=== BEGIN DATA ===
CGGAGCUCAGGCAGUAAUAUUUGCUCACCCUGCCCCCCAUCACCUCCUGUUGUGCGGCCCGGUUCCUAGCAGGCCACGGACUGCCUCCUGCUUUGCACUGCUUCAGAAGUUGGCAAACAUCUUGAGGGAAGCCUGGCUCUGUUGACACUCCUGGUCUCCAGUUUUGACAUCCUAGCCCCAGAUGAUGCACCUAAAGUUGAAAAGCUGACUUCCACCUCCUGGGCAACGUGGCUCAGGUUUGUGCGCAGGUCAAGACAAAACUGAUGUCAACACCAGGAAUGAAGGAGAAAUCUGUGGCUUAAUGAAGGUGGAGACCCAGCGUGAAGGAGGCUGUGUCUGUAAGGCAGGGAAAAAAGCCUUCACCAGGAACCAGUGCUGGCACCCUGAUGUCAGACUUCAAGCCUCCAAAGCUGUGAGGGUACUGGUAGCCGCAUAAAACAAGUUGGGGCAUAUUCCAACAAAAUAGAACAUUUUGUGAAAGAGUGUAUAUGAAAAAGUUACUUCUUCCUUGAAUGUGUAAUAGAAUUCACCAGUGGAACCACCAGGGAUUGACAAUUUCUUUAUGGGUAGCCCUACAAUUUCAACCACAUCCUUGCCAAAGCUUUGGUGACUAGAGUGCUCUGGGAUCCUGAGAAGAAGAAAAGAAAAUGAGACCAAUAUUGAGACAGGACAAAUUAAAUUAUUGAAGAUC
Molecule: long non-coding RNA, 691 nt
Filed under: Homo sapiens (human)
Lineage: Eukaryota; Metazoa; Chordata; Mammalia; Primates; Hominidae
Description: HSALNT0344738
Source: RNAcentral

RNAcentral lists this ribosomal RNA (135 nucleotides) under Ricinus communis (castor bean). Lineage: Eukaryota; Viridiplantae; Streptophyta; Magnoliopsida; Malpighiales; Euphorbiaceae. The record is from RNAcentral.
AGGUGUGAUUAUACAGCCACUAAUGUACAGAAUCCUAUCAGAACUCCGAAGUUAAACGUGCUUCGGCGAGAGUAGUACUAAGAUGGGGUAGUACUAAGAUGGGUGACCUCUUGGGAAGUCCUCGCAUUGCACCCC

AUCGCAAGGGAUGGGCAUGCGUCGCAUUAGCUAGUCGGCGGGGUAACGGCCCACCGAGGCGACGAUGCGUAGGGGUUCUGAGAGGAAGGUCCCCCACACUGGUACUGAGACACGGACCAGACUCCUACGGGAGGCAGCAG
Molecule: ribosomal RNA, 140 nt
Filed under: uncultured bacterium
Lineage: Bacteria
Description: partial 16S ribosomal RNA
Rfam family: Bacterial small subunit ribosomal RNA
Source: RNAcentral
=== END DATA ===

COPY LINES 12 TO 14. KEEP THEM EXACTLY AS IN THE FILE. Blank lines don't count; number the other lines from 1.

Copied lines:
Lineage: Bacteria
Description: partial 16S ribosomal RNA
Rfam family: Bacterial small subunit ribosomal RNA